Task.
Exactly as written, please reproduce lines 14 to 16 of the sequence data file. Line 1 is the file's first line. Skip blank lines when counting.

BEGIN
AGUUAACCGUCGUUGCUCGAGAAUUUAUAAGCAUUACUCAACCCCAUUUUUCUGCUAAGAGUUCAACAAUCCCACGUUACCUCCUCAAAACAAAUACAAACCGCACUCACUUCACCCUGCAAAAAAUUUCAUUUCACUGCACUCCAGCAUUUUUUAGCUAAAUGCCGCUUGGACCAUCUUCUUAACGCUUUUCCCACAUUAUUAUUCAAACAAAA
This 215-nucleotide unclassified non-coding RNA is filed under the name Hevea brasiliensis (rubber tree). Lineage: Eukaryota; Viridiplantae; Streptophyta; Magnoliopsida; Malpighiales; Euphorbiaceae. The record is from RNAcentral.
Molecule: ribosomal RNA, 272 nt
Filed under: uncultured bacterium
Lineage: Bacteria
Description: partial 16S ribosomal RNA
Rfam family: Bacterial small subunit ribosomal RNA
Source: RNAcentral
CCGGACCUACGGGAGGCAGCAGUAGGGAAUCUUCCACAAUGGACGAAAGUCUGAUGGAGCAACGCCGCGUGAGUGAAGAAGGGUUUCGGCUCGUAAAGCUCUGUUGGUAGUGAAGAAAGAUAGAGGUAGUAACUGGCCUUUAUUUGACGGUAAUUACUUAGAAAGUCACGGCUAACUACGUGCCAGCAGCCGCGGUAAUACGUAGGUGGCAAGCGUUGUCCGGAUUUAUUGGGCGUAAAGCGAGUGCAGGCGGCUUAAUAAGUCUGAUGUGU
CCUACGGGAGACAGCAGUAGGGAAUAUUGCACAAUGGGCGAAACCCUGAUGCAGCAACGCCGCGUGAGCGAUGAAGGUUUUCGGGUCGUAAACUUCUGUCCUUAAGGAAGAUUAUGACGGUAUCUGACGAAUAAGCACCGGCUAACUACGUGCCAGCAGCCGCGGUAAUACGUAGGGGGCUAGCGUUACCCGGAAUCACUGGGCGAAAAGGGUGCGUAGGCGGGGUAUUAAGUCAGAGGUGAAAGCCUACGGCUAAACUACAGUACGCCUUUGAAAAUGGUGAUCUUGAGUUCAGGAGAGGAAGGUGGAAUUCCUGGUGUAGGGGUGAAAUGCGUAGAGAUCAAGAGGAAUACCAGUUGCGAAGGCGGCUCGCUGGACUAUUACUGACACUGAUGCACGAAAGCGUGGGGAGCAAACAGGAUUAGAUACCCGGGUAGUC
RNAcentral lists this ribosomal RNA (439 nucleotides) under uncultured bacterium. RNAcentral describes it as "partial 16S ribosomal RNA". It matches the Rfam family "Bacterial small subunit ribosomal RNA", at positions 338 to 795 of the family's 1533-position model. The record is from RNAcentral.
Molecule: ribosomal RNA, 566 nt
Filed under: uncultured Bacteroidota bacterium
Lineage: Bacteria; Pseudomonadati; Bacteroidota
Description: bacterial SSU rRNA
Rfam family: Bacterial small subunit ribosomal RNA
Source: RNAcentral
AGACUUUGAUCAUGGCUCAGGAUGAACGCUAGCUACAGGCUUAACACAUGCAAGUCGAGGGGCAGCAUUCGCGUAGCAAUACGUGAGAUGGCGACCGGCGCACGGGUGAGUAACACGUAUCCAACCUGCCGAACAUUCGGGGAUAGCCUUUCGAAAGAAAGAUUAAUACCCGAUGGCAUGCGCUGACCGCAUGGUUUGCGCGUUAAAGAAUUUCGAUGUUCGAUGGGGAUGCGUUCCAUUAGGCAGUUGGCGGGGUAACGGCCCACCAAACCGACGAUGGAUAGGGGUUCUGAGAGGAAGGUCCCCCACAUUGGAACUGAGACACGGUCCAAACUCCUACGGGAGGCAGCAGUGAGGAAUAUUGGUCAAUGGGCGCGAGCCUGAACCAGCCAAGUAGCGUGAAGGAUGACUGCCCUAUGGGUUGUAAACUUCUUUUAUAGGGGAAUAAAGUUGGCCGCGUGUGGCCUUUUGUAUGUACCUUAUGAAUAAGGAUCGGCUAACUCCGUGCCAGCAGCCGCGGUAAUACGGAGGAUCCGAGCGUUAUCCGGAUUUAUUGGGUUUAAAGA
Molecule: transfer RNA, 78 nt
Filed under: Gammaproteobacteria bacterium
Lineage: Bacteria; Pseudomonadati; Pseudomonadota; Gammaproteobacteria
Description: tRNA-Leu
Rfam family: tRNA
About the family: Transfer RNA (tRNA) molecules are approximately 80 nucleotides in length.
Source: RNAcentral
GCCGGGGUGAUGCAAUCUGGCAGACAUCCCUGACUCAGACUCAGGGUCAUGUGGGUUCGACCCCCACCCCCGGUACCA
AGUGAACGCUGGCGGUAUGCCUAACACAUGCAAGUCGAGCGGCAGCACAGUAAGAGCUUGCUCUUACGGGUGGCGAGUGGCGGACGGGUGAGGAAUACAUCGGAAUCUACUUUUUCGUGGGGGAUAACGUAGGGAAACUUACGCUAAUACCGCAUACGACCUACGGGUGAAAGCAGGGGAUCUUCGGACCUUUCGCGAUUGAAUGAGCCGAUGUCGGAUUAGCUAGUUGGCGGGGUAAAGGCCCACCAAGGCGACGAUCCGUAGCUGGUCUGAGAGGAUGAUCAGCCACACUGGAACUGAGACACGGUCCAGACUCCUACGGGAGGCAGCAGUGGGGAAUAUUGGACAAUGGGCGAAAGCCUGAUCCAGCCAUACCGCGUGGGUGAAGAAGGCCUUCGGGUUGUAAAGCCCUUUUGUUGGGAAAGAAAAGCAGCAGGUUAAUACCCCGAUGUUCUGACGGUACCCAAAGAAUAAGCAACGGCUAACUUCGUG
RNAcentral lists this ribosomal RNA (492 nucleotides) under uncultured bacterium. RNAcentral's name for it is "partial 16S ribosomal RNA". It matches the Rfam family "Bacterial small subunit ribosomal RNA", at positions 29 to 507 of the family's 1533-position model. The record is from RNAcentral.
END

Lineage: Bacteria; Pseudomonadati; Bacteroidota
Description: bacterial SSU rRNA
Rfam family: Bacterial small subunit ribosomal RNA